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Ilya KABAKOV, excerpt from memoirs

Gatherings in Ilya Kabakov’s Studio

The spring of 1963 is connected to the exhibition on the Highway of Enthusiasts. Before that, there were, one after the other, exhibitions in scientific institutes—Yankilevsky, Rabin, and others—a boisterous and active artistic life in the underground that was seemingly just about to break out into the light on the waves of the Thaw and gain a normal life and a normal artistic existence. The exhibition on the Highway of Enthusiasts with the press in attendance, well organized, if a bit over-crowded, presaged the coming of a new day and interest was huge. Sooster urgently, in one night, made frames from some simple planks for his display at this exhibition (these frames are still in my studio with their machine-typed labels).

In the summer, I went to the dacha, then to mother’s in Berdiansk, and then in the fall is when the main events began to roll in. The disoriented authorities at first forbade, but then allowed the exhibition of “unofficial” artists at the Youth hotel, and then finally, I think in October, came the Manège affair. Ernst Neizvestnyi enjoyed a great reputation at that time, working wildly and actively, and the Manège was his crowning moment, his highest rise.

This is linked to a general trend in unofficial art in those times.

The 1960s without any doubt were a time of flowering for underground culture in all its spheres and in the first place in painting, poetry, and prose. For me, of course, it is easiest to speak of the first. The period of the 1960s falls, in my mind, into three spheres: the socio-political, the artistic, and the spiritual, the substantive, so to speak.

Artists working in the 1960s knew each other and it can be firmly said, made up one generation which contained within itself nuances of age that divided the generation into “elder,” “middle,” and “younger” members. As I remember it now, this difference carried a rather substantial significance.

In practice, this meant that in 1963, each artist approached the Manège affair differently. The more artistically seasoned artists by this time were all of the members of the Lianozovo circle, Ernst Neizvestnyi, the Beliutin circle, Sobolev, Yankilevsky, Sooster, and Brusilovsky.

Prior to Manège, it was a time of great anticipation—terrible fear, but also great anticipation—after, it was only fear, fear that something could happen to you any day, something could take place, a life of fear day after day. After the Bulldozers and the appearance of the Gorkom, some of that fear went away.

* * *

The most interesting part of the 1960s was the particular climate of the underground artistic life that prevailed, like a thick infusion in all the basement studios and cramped rooms inhabited by the artistic bohemia. Existence was stitched from a mad and intensely charged sense of “them” (“they” were the administrators, the work-givers and superintendents), who were perceived as an other, hostile, and dangerous breed of people, living “upstairs,” in the official world “up there”; while, below this world, closely socializing with each other, loving and respecting one another, lives as though “underneath the floor of life,” a different community, a very special tribe of people. It is precisely the climate of community that was so characteristic to the lives of artists, poets, jazzmen, and writers who had, as though by some happy accident, encountered one another in the same stratum of Moscow at this time. No one had any common, everyday interests at this time, every concern, encounter, or conversation touched only on artistic or poetic problems. But at the same time, for every one of us, it was the “beautiful” age, and all the studios and apartments buzzed with carousing and wild congregation with dancing, wine, songs, and the reading of poems. A multitude of homes, and not necessarily only those of artists, were places for these merry evening gatherings. Today we go to the Shterns, to Kuperman, on Wednesdays unfailingly (for many years) to Sooster’s on Krasina Street, to Grobman’s in Tekstil’shchiki, to Stesin’s, to Rabin’s, to Sapgir’s, to Bulatov’s dacha. The uncommon, close, and constant socializing of that time, full of knowledge and discussion of everything that was going on in the studios, the open, regular showing of everything to each other, and the electrifying, neurotic atmosphere of danger “from above,” from “them,” ready to destroy our entire life, this “unsanctioned” life…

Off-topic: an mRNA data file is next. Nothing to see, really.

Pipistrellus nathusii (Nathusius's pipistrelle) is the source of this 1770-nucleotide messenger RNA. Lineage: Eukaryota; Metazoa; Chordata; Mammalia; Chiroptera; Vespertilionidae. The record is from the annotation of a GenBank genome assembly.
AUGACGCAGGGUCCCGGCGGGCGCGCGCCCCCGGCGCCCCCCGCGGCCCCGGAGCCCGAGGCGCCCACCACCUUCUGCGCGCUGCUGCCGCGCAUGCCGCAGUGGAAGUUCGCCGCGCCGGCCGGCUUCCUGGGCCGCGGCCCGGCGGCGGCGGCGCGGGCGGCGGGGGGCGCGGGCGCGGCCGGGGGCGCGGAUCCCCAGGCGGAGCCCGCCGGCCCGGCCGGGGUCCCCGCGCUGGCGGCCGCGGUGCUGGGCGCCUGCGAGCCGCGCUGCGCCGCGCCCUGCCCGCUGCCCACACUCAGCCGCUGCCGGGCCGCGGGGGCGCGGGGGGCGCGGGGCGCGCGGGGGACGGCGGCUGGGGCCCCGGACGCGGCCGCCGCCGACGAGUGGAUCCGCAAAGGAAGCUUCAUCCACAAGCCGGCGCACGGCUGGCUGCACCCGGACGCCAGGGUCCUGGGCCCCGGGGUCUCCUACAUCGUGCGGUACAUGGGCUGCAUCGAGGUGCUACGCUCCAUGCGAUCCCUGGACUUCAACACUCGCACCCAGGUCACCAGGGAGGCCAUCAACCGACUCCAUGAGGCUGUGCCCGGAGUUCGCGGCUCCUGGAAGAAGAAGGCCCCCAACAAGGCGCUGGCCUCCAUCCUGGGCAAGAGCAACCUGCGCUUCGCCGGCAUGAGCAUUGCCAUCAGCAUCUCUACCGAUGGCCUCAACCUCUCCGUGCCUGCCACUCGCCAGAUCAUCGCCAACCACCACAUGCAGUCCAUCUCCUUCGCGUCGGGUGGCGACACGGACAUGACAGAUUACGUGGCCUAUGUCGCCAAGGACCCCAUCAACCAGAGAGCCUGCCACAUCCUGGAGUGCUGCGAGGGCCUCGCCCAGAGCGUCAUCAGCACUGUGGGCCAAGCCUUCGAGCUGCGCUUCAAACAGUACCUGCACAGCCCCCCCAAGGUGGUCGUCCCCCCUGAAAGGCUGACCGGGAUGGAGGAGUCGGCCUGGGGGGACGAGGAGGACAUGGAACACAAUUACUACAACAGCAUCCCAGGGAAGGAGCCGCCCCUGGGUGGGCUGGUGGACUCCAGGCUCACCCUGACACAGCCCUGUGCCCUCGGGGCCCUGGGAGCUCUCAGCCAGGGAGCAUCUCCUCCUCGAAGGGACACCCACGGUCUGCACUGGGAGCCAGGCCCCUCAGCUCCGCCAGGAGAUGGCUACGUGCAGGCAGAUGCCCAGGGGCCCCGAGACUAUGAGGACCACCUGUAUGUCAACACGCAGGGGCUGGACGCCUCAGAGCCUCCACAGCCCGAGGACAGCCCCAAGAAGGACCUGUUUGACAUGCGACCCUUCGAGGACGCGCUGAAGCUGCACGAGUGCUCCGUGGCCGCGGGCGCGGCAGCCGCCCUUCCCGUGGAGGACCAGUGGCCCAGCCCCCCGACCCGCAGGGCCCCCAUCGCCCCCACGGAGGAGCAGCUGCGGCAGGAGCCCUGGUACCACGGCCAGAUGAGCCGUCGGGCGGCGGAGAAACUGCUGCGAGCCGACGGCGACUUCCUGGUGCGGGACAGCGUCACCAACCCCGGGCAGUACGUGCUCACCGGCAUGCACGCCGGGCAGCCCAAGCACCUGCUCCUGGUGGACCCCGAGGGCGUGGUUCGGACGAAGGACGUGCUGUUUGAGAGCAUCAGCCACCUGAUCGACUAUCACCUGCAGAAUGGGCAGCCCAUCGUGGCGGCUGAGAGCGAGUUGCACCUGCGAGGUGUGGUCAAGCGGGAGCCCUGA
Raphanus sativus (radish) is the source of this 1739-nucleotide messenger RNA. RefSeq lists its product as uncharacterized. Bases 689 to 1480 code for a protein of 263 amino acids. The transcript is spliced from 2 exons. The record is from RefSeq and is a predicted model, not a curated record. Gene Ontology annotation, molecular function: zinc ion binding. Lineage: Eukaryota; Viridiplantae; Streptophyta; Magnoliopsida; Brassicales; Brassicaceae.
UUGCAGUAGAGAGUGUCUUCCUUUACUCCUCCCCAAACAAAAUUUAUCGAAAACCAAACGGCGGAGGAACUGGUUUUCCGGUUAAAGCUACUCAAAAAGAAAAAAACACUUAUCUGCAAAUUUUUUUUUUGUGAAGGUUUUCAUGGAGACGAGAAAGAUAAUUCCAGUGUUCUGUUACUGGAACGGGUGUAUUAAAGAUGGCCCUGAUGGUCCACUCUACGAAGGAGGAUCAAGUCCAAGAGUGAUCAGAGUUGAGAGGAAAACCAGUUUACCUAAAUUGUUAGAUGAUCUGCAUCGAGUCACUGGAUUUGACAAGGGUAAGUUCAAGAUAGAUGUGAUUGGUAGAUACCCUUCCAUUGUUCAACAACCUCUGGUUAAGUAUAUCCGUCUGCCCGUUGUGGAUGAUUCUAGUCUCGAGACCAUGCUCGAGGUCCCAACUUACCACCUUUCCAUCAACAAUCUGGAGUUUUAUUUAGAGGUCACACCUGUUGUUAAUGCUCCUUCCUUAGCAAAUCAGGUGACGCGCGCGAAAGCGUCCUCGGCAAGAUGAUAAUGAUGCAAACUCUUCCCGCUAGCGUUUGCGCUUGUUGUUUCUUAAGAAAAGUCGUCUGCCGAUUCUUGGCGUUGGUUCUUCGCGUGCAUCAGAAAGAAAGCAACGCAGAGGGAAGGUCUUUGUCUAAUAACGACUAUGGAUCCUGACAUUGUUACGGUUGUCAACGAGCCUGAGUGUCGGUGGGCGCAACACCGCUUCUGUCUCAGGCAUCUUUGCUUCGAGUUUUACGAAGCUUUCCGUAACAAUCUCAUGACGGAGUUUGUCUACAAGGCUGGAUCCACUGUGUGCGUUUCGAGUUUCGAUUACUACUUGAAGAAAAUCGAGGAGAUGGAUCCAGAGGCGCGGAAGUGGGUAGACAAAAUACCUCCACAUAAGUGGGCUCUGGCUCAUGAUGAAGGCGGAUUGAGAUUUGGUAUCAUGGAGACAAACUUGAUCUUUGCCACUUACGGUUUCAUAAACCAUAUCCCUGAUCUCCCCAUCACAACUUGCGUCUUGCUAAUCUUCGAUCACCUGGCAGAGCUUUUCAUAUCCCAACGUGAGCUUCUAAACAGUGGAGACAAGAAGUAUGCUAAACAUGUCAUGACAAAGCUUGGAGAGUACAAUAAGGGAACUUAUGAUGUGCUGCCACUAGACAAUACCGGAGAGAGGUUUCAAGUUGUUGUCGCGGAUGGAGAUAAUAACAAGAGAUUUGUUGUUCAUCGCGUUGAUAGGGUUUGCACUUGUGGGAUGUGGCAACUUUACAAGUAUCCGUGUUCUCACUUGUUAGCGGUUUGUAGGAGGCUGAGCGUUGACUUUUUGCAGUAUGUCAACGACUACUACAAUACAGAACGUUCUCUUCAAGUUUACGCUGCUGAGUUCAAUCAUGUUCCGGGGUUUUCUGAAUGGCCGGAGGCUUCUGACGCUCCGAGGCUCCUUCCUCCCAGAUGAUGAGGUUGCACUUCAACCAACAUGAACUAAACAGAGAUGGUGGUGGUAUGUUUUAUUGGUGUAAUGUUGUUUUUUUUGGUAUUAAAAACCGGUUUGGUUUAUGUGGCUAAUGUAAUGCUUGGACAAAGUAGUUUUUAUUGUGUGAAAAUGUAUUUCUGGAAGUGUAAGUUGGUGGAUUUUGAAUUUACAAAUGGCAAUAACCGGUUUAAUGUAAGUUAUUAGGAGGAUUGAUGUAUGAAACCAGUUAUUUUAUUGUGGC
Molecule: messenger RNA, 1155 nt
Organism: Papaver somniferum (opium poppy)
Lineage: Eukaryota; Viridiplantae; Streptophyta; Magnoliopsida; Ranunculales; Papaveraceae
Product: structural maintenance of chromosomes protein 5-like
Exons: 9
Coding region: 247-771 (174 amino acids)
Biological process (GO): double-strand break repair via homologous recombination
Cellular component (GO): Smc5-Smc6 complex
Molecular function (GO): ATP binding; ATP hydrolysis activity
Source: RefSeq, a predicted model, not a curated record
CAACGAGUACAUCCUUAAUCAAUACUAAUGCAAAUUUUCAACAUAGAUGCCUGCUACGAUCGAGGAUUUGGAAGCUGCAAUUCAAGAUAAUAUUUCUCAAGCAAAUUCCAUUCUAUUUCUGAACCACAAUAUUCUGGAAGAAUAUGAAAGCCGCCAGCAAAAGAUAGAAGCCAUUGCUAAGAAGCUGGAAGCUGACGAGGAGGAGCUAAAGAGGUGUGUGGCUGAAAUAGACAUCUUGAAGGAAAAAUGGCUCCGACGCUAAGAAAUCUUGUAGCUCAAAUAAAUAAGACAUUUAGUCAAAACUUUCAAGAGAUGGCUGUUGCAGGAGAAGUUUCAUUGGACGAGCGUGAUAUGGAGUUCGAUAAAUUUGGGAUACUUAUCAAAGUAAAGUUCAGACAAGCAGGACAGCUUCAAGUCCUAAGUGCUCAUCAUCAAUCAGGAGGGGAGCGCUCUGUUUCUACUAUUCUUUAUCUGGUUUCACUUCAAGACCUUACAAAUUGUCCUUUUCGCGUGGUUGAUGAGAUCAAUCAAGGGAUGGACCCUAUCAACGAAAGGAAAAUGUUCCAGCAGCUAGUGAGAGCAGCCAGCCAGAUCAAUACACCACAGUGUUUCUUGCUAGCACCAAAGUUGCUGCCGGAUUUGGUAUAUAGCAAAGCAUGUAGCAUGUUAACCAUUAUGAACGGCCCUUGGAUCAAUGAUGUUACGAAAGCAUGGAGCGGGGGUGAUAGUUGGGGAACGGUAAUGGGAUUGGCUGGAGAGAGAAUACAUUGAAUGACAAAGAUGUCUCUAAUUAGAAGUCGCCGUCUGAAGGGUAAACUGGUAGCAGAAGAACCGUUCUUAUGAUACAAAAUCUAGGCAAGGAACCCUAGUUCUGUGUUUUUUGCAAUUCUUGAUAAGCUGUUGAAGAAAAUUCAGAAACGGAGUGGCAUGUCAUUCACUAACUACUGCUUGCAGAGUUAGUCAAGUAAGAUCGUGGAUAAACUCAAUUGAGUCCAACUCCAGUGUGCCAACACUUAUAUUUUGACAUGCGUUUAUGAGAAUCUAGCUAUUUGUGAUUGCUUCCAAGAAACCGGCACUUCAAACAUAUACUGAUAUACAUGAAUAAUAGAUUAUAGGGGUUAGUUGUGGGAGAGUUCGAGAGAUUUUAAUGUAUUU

With regards to those “people up above” there were three different options: to show “them” that “we” also exist; a calm, indifferent acceptance of this separateness into upper and lower, aboveground and underground; and third: a panicked feeling of danger, a desire to forget oneself and become invisible so as not to get crushed. I belonged to these last ones, the ones who “did not stick their necks out.”

The constant desire to exhibit “like everyone else” gave social life connected to the “underground” its particular air. It must be said that “unofficial” is a label that came into use after the “bulldozers,” since before then, they were “underground,” as though living underneath the floor.

After the Manège affair, exhibits begin to spring up all the time in scientific institutes, and are as a rule immediately closed, then in apartments, and also, for the sake of “exposure,” in the Blue Bird café from 1963 to 1966, where Erik Bulatov and I exhibited together.

Source: Ilya Kabakov, 60-e – 70-e…Zapiski o neofitsial’noi zhizni v Moskve [1960s-1970s… Notes on unofficial life in Moscow] (Novoe literaturnoe obozrenie, Moscow, 2008): 24-7. Original manuscript from 1982.

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